Then Achilles (!) infiltrates Troy disguised as a Trojan soldier, tries to complicate the Paris-Helen-Menelaus situation, and elicits some information from Helen, who unwittingly talks too much.

    Long story short, by the next episode Achilles and his Myrmidons attack Troy’s allies, kill Andromache’s father, and for some reason don’t find, or don’t use, the tunnels the allies were sending food through.

    This sets up the Briseis affair later on, and that involves a very explicit take on Achilles’ relationship with Patroclus. It also sets up a sub-thread about Helen, spies, Pandarus, Paris, and Andromache (mostly off-script). And the siege lasts nowhere near ten years.

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  16. Guarneri says:

    For those interested in more than bar room analysis. Now I must admit. At this blogsite I think that will be zero.

    https://www.nationalreview.com/magazine/2019/06/24/steeles-shoddy-dossier/

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  17. Guarneri says:

    @MarkedMan:

    Here’s some help, genius. Dodd Frank. Now, you know that I know that you have absolutely no idea what that really means, being the dim bulb you are. But that’s the reason.

    As for the choice of Guarneri. My stereo system speakers are Sonus Faber Guarneri Evolutions accompanied by twin 2’s REL subs. Audio Research amplification. Miles Davis never sounded better……………..

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  18. Guarneri says:

    @MarkedMan:

    Keep whippin’ it MM. Whip it good. You need to focus on a certain Durham. No BS, no scope limitations. He’s your worst nightmare.

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  19. Guarneri says:

    @Just nutha ignint cracker:

    Here I am, zero. I apologize if I have better things to do than camp out here all day long.

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  20. MarkedMan says:

    @Guarneri: Not sure about the other things you are going on about, but I have to admit to being fascinated by high end audio. Twice in my life I’ve walked into a room and thought I was listening to someone playing live on a beautiful piano. Once was in a high end audio store and the other time was in a mid-range Baltimore waterfront bar/restaurant. But both times it turned out to be KEF speakers

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  21. Jax says:

    @Kathy: They are getting shorter. I suspect it’s partially because it’s summer, kids are home all day long and hopefully everybody is maintaining their sanity/enjoying themselves. 😉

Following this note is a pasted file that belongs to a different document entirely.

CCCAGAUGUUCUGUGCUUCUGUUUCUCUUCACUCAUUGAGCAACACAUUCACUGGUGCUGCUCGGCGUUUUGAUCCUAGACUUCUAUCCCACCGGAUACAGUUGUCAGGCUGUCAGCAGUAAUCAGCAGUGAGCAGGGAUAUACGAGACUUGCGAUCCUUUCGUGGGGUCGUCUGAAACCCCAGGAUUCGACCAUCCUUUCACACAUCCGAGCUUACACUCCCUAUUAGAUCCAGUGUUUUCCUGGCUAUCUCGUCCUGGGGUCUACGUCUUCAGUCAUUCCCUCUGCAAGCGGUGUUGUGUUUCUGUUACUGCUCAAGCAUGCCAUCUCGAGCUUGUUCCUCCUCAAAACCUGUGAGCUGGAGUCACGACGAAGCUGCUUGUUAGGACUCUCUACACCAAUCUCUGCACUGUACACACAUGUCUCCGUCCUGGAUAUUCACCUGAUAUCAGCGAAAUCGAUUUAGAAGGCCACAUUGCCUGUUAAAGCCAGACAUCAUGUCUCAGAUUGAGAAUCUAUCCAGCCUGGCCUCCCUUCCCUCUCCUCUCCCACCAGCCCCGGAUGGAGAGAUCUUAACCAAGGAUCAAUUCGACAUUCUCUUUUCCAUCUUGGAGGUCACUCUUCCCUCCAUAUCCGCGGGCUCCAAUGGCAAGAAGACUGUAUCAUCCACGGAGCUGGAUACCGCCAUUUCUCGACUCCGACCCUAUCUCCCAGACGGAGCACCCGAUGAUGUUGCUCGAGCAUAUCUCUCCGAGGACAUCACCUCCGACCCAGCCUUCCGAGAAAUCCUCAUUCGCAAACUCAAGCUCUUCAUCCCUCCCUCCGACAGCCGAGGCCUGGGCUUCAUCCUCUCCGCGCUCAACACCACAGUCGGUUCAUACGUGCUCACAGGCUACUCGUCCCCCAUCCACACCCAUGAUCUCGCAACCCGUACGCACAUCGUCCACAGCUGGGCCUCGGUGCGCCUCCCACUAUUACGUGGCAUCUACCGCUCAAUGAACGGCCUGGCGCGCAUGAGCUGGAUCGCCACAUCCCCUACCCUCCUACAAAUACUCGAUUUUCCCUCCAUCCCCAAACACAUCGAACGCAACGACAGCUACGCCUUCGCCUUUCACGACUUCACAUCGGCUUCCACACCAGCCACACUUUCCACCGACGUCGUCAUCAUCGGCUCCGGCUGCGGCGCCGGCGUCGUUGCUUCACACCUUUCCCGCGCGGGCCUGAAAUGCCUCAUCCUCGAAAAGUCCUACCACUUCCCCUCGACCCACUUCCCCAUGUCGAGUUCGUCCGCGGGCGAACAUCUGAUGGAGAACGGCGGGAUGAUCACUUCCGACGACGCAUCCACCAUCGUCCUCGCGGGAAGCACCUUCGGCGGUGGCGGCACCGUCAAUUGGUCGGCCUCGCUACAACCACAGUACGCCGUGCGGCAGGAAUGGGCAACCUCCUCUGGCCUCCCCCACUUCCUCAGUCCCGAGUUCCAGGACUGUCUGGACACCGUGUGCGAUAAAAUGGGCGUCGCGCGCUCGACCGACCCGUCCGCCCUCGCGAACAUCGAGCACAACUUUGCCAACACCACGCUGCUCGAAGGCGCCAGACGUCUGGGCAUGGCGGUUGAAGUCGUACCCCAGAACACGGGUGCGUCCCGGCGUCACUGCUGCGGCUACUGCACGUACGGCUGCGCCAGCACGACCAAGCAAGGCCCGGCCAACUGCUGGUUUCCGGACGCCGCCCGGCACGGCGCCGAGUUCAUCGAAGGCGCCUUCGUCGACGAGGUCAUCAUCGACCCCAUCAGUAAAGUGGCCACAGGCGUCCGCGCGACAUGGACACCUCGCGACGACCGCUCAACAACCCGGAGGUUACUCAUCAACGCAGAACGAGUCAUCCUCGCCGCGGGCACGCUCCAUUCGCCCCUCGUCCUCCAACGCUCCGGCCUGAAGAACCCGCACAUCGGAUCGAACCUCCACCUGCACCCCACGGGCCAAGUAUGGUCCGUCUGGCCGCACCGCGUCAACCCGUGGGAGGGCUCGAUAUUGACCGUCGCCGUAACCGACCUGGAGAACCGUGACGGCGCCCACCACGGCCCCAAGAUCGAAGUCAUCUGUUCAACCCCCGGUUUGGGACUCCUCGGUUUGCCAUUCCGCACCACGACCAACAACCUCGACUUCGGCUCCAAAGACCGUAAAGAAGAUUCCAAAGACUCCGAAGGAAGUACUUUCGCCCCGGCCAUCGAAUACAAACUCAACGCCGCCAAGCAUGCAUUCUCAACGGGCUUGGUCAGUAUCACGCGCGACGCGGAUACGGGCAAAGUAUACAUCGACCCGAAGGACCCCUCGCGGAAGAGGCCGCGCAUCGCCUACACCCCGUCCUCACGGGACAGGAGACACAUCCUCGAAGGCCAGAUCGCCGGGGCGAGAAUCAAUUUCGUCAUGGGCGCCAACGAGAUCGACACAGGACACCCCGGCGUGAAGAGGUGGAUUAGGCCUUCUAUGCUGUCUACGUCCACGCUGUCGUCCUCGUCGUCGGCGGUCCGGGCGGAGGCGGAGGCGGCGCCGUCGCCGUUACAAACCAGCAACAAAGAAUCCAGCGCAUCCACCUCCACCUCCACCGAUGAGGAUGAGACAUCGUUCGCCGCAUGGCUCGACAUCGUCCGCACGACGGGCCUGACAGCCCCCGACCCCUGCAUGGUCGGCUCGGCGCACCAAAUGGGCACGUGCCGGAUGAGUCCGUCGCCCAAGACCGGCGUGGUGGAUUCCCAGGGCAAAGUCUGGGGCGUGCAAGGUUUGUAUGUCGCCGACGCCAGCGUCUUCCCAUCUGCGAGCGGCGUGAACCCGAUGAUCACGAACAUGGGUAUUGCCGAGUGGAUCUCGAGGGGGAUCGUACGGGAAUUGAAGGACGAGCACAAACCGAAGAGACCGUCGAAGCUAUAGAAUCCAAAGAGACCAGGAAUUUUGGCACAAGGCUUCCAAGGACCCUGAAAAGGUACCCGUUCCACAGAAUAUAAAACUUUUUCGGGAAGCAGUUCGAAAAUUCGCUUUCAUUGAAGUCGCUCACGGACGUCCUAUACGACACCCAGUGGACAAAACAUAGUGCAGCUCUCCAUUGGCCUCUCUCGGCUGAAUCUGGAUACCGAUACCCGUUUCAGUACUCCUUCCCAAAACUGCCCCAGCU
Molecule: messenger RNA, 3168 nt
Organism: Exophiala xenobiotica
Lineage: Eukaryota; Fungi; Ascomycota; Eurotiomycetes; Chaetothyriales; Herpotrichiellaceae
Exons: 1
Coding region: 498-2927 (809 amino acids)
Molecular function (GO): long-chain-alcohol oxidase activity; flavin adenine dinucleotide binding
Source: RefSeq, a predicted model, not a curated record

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  22. MarkedMan says:

    @Jax: I suspect it’s also inversely proportional to how many other posts there are. As the open forum post moves down the list it gets less attention

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  23. @MarkedMan:

    I suppose it depends on how one reads the posts. I keep track of the blogs I follow using an RSS Reader (yes, they still exist and if you’re interested in using one Feedly is the best one I’ve found in the wake of the loss of Google Reader). In that case, the posts are still available and the number of posts per day isn’t really an issue.

    I also think that a point made above is probably true. With the start of summer, it’s not uncommon to see traffic slow down a bit, including comment traffic. One solution would be to make the Open Forum post “sticky” so that it stays at the top of the home page for at least 24 hours.

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  24. Jess says:

    Rape cover-ups by Jehovah’s Witnesses as exposed on NBC Dateline:Watch

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  25. Gustopher says:

    @MarkedMan: I have come to the realization that I’m really not an audiophile. I can tell the difference in sound quality from a good speaker system to what comes out the sides of my iPad Pro, but I just don’t care. Not enough to futz with Bluetooth settings anyway.

    Now, my old iPad… that sounds awful. So I have some minimum requirement, but it’s pretty low.

    Bad kerning, on the other hand, that just drives me crazy. I had a coworker who went to Brown, and had the coffee mug that said BROWN, and there was so much space between the O and W that I wanted to smash his mug, by accident, and then replace it with one that had better kerning.

    I assume that being an audiophile is like having that feeling all the time. It must be hell.

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  26. DrDaveT says:

    @Gustopher:

    Bad kerning, on the other hand, that just drives me crazy. I had a coworker who went to Brown, and had the coffee mug that said BROWN, and there was so much space between the O and W that I wanted to smash his mug, by accident, and then replace it with one that had better kerning.

    I feel your pain, brother.

    A few years ago, my company replaced their reasonably-cool-if-geeky logo with a new logo, consisting solely of the 3-letter acronym of the company name. In Copperplate Gothic Bold, fer Chrissakes. With the kerning screwed up.

    It is… abomination.

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  27. James Joyner says:

    @Kathy: @Jax: @MarkedMan: @Doug Mataconis: There doesn’t seem to be much rhyme or reason to the number of comments the Open Forum postings attract. There have been 33 of them thus far.

    Initially, they came out on Sundays and Wednesdays: 70, 67, 89, 33, 31, 78, 49, 74, 73, 102, 48, 62, 43

    Then I switched to every other day: 53, 43, 29, 31, 28, 70, 32, 68, 63, 33, 41, 36, 17, 26, 51, 28, 43, 33, 26 (27 with this comment), 44 and counting.

    One suspects ones that hit on the weekend do better and that it depends how much the front-pagers are posting and providing avenues to talk about specific controversies.